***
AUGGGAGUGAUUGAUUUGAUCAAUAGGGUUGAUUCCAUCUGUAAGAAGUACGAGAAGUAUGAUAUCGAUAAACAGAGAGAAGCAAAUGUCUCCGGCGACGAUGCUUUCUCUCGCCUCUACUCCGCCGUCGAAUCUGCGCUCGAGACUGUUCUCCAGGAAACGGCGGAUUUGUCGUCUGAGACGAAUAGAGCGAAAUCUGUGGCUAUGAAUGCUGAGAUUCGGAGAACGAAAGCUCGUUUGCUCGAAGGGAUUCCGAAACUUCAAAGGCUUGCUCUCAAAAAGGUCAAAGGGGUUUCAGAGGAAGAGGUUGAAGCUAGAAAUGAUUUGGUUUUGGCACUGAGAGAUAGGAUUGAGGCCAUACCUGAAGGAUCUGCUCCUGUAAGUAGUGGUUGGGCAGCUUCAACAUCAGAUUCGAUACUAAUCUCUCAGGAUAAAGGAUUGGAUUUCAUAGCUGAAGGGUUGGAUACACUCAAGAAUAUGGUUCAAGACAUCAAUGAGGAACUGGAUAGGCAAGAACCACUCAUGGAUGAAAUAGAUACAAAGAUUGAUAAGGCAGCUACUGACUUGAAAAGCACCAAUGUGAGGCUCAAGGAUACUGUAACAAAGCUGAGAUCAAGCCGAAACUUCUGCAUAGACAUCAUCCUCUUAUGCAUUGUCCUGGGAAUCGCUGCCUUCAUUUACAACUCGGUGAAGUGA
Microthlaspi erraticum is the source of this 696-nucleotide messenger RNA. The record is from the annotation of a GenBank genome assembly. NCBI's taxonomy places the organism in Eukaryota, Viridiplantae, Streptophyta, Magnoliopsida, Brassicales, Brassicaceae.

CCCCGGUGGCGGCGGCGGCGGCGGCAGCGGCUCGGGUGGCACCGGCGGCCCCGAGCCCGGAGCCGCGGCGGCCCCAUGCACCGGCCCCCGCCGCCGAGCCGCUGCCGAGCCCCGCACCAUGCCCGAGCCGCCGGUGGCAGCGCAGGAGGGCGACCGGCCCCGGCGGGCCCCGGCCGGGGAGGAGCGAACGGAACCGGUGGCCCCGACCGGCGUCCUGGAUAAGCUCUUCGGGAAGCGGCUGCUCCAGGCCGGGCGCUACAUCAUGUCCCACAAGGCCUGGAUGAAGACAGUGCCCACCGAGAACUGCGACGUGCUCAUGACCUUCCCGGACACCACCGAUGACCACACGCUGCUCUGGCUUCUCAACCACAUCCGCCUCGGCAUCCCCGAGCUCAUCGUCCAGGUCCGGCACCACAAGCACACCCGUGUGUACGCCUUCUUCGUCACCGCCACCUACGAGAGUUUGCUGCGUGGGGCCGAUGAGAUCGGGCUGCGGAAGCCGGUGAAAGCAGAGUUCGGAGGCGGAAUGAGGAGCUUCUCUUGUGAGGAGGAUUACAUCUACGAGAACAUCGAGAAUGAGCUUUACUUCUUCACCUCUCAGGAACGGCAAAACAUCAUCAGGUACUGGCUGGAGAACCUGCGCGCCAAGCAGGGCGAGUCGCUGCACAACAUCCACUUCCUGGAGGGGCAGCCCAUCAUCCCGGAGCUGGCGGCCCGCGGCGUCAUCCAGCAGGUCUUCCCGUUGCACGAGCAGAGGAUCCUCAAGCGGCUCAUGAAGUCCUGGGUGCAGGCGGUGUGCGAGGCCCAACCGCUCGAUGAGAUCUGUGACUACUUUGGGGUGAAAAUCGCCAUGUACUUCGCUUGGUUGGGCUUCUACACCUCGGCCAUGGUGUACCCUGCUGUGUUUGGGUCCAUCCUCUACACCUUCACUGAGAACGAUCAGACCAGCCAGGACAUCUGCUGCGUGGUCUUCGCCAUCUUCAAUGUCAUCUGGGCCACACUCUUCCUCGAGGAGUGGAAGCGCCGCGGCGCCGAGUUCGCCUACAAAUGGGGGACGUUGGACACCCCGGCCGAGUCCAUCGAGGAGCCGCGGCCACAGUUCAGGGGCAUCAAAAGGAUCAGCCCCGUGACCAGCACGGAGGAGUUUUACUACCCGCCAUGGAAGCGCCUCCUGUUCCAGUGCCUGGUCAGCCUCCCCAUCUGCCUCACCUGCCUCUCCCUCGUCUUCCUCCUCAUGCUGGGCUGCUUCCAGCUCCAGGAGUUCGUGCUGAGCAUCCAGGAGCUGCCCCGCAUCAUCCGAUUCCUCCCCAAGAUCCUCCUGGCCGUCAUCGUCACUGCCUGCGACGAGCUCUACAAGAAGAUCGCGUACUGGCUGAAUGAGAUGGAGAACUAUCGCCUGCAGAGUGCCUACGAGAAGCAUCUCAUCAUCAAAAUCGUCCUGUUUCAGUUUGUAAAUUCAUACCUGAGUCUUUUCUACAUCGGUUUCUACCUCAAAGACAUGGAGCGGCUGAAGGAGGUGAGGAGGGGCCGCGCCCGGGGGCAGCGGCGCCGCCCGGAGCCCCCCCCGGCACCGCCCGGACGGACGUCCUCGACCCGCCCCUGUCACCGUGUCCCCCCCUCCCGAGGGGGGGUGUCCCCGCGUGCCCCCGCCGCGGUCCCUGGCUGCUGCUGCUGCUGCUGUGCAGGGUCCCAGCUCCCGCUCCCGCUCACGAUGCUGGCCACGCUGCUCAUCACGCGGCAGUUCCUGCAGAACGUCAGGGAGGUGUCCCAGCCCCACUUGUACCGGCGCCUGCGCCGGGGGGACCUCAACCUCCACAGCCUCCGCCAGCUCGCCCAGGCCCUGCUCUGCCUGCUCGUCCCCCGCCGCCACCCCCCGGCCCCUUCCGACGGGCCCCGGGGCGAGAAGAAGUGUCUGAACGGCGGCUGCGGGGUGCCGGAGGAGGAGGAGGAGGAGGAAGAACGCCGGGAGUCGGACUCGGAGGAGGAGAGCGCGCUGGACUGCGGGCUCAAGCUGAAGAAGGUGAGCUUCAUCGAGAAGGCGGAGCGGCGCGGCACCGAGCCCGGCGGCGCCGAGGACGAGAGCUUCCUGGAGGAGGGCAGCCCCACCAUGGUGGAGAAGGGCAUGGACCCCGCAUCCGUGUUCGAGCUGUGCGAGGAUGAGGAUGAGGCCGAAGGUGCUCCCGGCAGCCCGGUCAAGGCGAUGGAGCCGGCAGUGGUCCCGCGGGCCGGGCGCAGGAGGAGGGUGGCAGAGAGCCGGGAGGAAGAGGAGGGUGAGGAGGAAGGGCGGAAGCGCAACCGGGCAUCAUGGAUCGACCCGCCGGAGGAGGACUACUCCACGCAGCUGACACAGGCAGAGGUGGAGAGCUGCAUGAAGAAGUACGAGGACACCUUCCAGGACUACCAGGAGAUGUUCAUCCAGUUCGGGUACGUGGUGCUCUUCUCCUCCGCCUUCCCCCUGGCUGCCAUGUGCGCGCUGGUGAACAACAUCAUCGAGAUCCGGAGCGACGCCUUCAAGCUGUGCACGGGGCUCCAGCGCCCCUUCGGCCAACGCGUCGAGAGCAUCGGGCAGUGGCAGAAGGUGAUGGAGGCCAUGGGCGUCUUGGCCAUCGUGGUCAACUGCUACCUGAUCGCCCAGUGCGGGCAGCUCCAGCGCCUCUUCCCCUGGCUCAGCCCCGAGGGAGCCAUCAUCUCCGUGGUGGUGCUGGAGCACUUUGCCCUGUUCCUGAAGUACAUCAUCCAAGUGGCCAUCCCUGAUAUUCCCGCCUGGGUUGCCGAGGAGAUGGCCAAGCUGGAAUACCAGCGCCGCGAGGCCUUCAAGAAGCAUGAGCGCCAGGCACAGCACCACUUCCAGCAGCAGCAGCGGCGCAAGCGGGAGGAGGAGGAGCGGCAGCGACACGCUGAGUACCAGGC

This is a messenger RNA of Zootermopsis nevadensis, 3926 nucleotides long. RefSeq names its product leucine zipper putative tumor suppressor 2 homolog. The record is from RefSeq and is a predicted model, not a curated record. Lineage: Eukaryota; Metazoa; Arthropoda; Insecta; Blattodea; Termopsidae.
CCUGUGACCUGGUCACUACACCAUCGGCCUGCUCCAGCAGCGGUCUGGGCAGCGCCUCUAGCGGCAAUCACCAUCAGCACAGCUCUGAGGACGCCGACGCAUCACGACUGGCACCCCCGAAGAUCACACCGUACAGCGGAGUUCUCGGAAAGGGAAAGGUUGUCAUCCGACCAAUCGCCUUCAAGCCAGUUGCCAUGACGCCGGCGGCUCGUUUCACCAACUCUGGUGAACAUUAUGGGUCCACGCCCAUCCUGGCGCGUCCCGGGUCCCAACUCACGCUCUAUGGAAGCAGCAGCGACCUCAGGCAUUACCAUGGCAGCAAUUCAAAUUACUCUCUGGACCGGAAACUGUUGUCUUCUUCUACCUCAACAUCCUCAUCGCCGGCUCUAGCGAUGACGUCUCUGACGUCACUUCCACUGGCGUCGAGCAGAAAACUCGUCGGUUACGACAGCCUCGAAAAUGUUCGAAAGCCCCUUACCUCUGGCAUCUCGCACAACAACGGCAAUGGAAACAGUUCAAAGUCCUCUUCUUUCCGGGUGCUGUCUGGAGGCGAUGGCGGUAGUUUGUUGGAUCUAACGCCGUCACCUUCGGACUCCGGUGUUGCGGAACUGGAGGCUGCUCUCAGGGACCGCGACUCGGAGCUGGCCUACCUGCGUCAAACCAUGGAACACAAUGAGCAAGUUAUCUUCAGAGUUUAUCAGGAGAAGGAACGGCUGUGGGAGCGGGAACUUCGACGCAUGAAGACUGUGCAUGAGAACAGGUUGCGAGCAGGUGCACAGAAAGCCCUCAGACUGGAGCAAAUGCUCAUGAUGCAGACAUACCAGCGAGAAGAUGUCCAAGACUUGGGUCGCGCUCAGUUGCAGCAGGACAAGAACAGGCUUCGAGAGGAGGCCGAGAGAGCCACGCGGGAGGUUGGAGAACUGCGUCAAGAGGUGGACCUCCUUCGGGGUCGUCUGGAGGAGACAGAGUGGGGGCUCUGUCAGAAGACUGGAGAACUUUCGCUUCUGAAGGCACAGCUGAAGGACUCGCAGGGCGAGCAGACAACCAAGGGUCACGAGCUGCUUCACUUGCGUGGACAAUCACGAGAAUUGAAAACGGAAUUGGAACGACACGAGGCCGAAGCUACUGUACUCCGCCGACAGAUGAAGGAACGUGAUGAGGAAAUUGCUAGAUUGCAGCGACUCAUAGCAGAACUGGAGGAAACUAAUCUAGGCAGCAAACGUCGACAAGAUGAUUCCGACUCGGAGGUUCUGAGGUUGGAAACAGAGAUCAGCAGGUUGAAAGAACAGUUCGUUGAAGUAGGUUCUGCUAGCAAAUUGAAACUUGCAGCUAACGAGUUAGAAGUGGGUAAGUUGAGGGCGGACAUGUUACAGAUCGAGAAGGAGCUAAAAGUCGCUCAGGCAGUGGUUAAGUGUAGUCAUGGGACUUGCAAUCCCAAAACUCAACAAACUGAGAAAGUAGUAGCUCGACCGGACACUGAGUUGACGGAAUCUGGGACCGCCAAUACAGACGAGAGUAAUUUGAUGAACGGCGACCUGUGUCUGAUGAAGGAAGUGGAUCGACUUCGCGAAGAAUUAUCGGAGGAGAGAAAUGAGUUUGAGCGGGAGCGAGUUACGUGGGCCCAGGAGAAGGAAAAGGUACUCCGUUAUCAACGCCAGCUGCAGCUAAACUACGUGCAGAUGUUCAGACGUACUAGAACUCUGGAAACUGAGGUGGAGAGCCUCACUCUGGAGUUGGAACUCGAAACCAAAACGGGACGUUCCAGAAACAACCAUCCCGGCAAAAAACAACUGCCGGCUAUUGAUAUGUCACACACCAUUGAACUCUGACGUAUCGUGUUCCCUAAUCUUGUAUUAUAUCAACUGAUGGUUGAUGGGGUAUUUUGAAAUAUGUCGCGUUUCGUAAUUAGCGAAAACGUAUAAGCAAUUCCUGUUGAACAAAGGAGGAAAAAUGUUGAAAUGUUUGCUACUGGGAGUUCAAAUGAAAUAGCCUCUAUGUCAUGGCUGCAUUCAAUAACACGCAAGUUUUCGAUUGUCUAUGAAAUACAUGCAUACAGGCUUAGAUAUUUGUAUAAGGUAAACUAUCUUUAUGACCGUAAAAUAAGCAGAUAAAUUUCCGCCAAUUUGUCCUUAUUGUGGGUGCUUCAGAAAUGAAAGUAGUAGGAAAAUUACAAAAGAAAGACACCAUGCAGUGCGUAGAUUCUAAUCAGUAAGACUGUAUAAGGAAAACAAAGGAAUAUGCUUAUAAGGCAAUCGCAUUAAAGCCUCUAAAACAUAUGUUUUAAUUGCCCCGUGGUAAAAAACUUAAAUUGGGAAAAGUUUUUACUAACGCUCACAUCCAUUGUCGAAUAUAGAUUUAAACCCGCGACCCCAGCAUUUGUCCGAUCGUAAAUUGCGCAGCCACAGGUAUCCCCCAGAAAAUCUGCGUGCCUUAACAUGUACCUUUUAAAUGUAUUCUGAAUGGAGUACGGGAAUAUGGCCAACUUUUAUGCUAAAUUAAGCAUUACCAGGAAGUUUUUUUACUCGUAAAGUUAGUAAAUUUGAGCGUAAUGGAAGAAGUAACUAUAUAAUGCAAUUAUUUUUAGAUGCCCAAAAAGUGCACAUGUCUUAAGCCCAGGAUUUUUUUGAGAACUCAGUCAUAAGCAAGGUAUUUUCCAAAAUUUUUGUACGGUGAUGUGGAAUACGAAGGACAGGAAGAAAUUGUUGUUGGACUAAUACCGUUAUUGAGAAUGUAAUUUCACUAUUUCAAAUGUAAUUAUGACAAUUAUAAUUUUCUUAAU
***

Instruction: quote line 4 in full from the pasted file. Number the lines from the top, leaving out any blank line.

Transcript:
This is a messenger RNA of Zootermopsis nevadensis, 3926 nucleotides long. RefSeq names its product leucine zipper putative tumor suppressor 2 homolog. The record is from RefSeq and is a predicted model, not a curated record. Lineage: Eukaryota; Metazoa; Arthropoda; Insecta; Blattodea; Termopsidae.